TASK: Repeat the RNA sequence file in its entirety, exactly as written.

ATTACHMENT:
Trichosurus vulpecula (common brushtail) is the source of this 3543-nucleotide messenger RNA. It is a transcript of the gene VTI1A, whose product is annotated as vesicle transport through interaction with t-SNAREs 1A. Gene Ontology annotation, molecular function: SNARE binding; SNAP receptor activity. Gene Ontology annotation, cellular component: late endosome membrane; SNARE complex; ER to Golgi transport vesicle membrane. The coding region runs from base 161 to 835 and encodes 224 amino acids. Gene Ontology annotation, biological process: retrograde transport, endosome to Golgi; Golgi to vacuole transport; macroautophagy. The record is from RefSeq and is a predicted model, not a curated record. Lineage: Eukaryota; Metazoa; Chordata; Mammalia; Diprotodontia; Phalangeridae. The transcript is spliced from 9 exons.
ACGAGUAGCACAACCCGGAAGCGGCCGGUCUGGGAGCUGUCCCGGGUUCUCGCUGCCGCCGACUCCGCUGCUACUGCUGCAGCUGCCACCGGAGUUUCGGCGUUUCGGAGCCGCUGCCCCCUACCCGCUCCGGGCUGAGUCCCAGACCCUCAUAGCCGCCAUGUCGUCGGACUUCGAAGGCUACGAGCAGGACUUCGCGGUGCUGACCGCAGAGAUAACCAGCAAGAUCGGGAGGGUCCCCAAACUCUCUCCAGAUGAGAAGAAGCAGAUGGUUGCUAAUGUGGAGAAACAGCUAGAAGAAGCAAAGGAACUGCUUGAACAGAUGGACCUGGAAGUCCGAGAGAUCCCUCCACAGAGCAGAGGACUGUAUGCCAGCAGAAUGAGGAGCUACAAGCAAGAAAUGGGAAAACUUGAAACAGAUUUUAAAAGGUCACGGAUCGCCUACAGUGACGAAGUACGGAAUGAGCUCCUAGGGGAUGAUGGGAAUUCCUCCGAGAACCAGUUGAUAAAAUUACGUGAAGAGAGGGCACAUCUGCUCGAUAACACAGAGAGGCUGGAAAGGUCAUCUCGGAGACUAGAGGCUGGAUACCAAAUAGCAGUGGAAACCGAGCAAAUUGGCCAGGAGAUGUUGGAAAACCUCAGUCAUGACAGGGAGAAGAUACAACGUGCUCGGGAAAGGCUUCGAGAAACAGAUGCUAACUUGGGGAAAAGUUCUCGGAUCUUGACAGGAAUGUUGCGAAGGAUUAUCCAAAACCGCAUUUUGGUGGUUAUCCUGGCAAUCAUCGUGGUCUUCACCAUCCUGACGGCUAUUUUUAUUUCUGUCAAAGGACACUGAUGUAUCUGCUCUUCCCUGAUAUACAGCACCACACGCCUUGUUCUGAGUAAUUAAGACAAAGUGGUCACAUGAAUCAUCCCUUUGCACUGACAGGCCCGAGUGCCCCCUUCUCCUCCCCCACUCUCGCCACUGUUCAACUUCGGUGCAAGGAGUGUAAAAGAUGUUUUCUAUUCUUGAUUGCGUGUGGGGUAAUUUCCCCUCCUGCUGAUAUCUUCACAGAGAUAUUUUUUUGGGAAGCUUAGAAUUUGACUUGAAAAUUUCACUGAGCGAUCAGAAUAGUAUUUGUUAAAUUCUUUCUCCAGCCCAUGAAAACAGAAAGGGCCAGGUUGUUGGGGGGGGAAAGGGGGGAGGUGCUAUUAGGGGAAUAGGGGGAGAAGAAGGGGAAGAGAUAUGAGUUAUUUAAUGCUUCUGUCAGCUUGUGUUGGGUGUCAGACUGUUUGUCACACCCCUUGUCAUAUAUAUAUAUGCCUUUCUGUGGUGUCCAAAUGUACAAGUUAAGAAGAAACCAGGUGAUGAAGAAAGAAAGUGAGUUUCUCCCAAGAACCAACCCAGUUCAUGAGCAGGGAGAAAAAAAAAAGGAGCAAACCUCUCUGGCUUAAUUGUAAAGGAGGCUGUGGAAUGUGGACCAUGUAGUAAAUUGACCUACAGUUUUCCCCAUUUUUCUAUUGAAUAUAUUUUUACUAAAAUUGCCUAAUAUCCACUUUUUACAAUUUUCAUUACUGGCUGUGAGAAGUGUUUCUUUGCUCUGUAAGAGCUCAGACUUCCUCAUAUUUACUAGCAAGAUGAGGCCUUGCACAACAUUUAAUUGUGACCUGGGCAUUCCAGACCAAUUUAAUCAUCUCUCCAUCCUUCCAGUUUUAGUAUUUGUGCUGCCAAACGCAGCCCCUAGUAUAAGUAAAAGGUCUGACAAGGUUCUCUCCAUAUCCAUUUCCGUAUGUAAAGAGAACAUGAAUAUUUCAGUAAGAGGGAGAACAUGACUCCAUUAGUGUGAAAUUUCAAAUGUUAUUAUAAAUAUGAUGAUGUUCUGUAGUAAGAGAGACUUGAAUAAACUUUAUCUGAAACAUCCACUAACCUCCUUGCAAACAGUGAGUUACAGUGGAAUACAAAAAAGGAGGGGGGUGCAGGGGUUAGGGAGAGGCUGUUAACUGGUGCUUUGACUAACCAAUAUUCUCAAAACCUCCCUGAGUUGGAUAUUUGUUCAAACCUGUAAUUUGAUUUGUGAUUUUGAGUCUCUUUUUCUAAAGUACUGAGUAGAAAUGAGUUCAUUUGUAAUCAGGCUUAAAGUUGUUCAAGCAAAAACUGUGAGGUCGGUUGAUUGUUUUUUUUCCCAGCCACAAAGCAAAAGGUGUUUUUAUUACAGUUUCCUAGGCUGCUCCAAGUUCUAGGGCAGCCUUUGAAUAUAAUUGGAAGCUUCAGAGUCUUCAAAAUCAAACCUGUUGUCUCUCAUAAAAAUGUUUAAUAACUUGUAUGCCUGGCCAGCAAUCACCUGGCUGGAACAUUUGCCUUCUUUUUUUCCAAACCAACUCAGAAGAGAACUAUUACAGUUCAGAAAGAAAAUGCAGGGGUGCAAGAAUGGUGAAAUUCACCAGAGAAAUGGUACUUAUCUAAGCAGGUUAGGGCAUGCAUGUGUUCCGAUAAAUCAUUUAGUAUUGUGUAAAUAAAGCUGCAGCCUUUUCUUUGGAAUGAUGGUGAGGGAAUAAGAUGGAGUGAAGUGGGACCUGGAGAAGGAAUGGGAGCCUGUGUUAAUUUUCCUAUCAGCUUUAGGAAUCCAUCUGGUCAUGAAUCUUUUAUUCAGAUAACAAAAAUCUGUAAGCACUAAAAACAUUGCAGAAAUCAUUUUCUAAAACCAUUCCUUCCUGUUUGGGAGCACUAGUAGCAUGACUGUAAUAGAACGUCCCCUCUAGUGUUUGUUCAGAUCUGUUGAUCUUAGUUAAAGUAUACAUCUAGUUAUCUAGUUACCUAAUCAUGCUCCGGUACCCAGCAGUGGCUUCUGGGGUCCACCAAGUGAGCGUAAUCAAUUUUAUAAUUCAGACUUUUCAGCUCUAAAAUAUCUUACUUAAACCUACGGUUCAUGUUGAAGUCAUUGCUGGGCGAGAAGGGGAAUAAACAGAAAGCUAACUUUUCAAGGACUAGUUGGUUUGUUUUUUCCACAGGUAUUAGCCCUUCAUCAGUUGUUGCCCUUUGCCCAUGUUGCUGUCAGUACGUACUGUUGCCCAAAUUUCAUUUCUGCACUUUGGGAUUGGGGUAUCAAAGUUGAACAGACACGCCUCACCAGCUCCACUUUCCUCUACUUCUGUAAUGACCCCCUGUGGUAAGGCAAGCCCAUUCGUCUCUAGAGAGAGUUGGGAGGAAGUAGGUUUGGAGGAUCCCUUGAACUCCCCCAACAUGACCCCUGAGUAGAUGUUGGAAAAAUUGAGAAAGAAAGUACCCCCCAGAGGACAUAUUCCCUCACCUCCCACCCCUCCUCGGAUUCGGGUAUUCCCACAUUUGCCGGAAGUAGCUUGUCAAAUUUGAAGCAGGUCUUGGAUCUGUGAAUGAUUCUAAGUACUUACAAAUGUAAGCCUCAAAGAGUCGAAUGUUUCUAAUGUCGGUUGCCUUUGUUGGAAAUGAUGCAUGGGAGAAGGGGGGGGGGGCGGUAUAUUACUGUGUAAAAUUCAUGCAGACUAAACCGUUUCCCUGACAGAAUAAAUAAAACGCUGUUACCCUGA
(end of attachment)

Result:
Trichosurus vulpecula (common brushtail) is the source of this 3543-nucleotide messenger RNA. It is a transcript of the gene VTI1A, whose product is annotated as vesicle transport through interaction with t-SNAREs 1A. Gene Ontology annotation, molecular function: SNARE binding; SNAP receptor activity. Gene Ontology annotation, cellular component: late endosome membrane; SNARE complex; ER to Golgi transport vesicle membrane. The coding region runs from base 161 to 835 and encodes 224 amino acids. Gene Ontology annotation, biological process: retrograde transport, endosome to Golgi; Golgi to vacuole transport; macroautophagy. The record is from RefSeq and is a predicted model, not a curated record. Lineage: Eukaryota; Metazoa; Chordata; Mammalia; Diprotodontia; Phalangeridae. The transcript is spliced from 9 exons.
ACGAGUAGCACAACCCGGAAGCGGCCGGUCUGGGAGCUGUCCCGGGUUCUCGCUGCCGCCGACUCCGCUGCUACUGCUGCAGCUGCCACCGGAGUUUCGGCGUUUCGGAGCCGCUGCCCCCUACCCGCUCCGGGCUGAGUCCCAGACCCUCAUAGCCGCCAUGUCGUCGGACUUCGAAGGCUACGAGCAGGACUUCGCGGUGCUGACCGCAGAGAUAACCAGCAAGAUCGGGAGGGUCCCCAAACUCUCUCCAGAUGAGAAGAAGCAGAUGGUUGCUAAUGUGGAGAAACAGCUAGAAGAAGCAAAGGAACUGCUUGAACAGAUGGACCUGGAAGUCCGAGAGAUCCCUCCACAGAGCAGAGGACUGUAUGCCAGCAGAAUGAGGAGCUACAAGCAAGAAAUGGGAAAACUUGAAACAGAUUUUAAAAGGUCACGGAUCGCCUACAGUGACGAAGUACGGAAUGAGCUCCUAGGGGAUGAUGGGAAUUCCUCCGAGAACCAGUUGAUAAAAUUACGUGAAGAGAGGGCACAUCUGCUCGAUAACACAGAGAGGCUGGAAAGGUCAUCUCGGAGACUAGAGGCUGGAUACCAAAUAGCAGUGGAAACCGAGCAAAUUGGCCAGGAGAUGUUGGAAAACCUCAGUCAUGACAGGGAGAAGAUACAACGUGCUCGGGAAAGGCUUCGAGAAACAGAUGCUAACUUGGGGAAAAGUUCUCGGAUCUUGACAGGAAUGUUGCGAAGGAUUAUCCAAAACCGCAUUUUGGUGGUUAUCCUGGCAAUCAUCGUGGUCUUCACCAUCCUGACGGCUAUUUUUAUUUCUGUCAAAGGACACUGAUGUAUCUGCUCUUCCCUGAUAUACAGCACCACACGCCUUGUUCUGAGUAAUUAAGACAAAGUGGUCACAUGAAUCAUCCCUUUGCACUGACAGGCCCGAGUGCCCCCUUCUCCUCCCCCACUCUCGCCACUGUUCAACUUCGGUGCAAGGAGUGUAAAAGAUGUUUUCUAUUCUUGAUUGCGUGUGGGGUAAUUUCCCCUCCUGCUGAUAUCUUCACAGAGAUAUUUUUUUGGGAAGCUUAGAAUUUGACUUGAAAAUUUCACUGAGCGAUCAGAAUAGUAUUUGUUAAAUUCUUUCUCCAGCCCAUGAAAACAGAAAGGGCCAGGUUGUUGGGGGGGGAAAGGGGGGAGGUGCUAUUAGGGGAAUAGGGGGAGAAGAAGGGGAAGAGAUAUGAGUUAUUUAAUGCUUCUGUCAGCUUGUGUUGGGUGUCAGACUGUUUGUCACACCCCUUGUCAUAUAUAUAUAUGCCUUUCUGUGGUGUCCAAAUGUACAAGUUAAGAAGAAACCAGGUGAUGAAGAAAGAAAGUGAGUUUCUCCCAAGAACCAACCCAGUUCAUGAGCAGGGAGAAAAAAAAAAGGAGCAAACCUCUCUGGCUUAAUUGUAAAGGAGGCUGUGGAAUGUGGACCAUGUAGUAAAUUGACCUACAGUUUUCCCCAUUUUUCUAUUGAAUAUAUUUUUACUAAAAUUGCCUAAUAUCCACUUUUUACAAUUUUCAUUACUGGCUGUGAGAAGUGUUUCUUUGCUCUGUAAGAGCUCAGACUUCCUCAUAUUUACUAGCAAGAUGAGGCCUUGCACAACAUUUAAUUGUGACCUGGGCAUUCCAGACCAAUUUAAUCAUCUCUCCAUCCUUCCAGUUUUAGUAUUUGUGCUGCCAAACGCAGCCCCUAGUAUAAGUAAAAGGUCUGACAAGGUUCUCUCCAUAUCCAUUUCCGUAUGUAAAGAGAACAUGAAUAUUUCAGUAAGAGGGAGAACAUGACUCCAUUAGUGUGAAAUUUCAAAUGUUAUUAUAAAUAUGAUGAUGUUCUGUAGUAAGAGAGACUUGAAUAAACUUUAUCUGAAACAUCCACUAACCUCCUUGCAAACAGUGAGUUACAGUGGAAUACAAAAAAGGAGGGGGGUGCAGGGGUUAGGGAGAGGCUGUUAACUGGUGCUUUGACUAACCAAUAUUCUCAAAACCUCCCUGAGUUGGAUAUUUGUUCAAACCUGUAAUUUGAUUUGUGAUUUUGAGUCUCUUUUUCUAAAGUACUGAGUAGAAAUGAGUUCAUUUGUAAUCAGGCUUAAAGUUGUUCAAGCAAAAACUGUGAGGUCGGUUGAUUGUUUUUUUUCCCAGCCACAAAGCAAAAGGUGUUUUUAUUACAGUUUCCUAGGCUGCUCCAAGUUCUAGGGCAGCCUUUGAAUAUAAUUGGAAGCUUCAGAGUCUUCAAAAUCAAACCUGUUGUCUCUCAUAAAAAUGUUUAAUAACUUGUAUGCCUGGCCAGCAAUCACCUGGCUGGAACAUUUGCCUUCUUUUUUUCCAAACCAACUCAGAAGAGAACUAUUACAGUUCAGAAAGAAAAUGCAGGGGUGCAAGAAUGGUGAAAUUCACCAGAGAAAUGGUACUUAUCUAAGCAGGUUAGGGCAUGCAUGUGUUCCGAUAAAUCAUUUAGUAUUGUGUAAAUAAAGCUGCAGCCUUUUCUUUGGAAUGAUGGUGAGGGAAUAAGAUGGAGUGAAGUGGGACCUGGAGAAGGAAUGGGAGCCUGUGUUAAUUUUCCUAUCAGCUUUAGGAAUCCAUCUGGUCAUGAAUCUUUUAUUCAGAUAACAAAAAUCUGUAAGCACUAAAAACAUUGCAGAAAUCAUUUUCUAAAACCAUUCCUUCCUGUUUGGGAGCACUAGUAGCAUGACUGUAAUAGAACGUCCCCUCUAGUGUUUGUUCAGAUCUGUUGAUCUUAGUUAAAGUAUACAUCUAGUUAUCUAGUUACCUAAUCAUGCUCCGGUACCCAGCAGUGGCUUCUGGGGUCCACCAAGUGAGCGUAAUCAAUUUUAUAAUUCAGACUUUUCAGCUCUAAAAUAUCUUACUUAAACCUACGGUUCAUGUUGAAGUCAUUGCUGGGCGAGAAGGGGAAUAAACAGAAAGCUAACUUUUCAAGGACUAGUUGGUUUGUUUUUUCCACAGGUAUUAGCCCUUCAUCAGUUGUUGCCCUUUGCCCAUGUUGCUGUCAGUACGUACUGUUGCCCAAAUUUCAUUUCUGCACUUUGGGAUUGGGGUAUCAAAGUUGAACAGACACGCCUCACCAGCUCCACUUUCCUCUACUUCUGUAAUGACCCCCUGUGGUAAGGCAAGCCCAUUCGUCUCUAGAGAGAGUUGGGAGGAAGUAGGUUUGGAGGAUCCCUUGAACUCCCCCAACAUGACCCCUGAGUAGAUGUUGGAAAAAUUGAGAAAGAAAGUACCCCCCAGAGGACAUAUUCCCUCACCUCCCACCCCUCCUCGGAUUCGGGUAUUCCCACAUUUGCCGGAAGUAGCUUGUCAAAUUUGAAGCAGGUCUUGGAUCUGUGAAUGAUUCUAAGUACUUACAAAUGUAAGCCUCAAAGAGUCGAAUGUUUCUAAUGUCGGUUGCCUUUGUUGGAAAUGAUGCAUGGGAGAAGGGGGGGGGGGCGGUAUAUUACUGUGUAAAAUUCAUGCAGACUAAACCGUUUCCCUGACAGAAUAAAUAAAACGCUGUUACCCUGA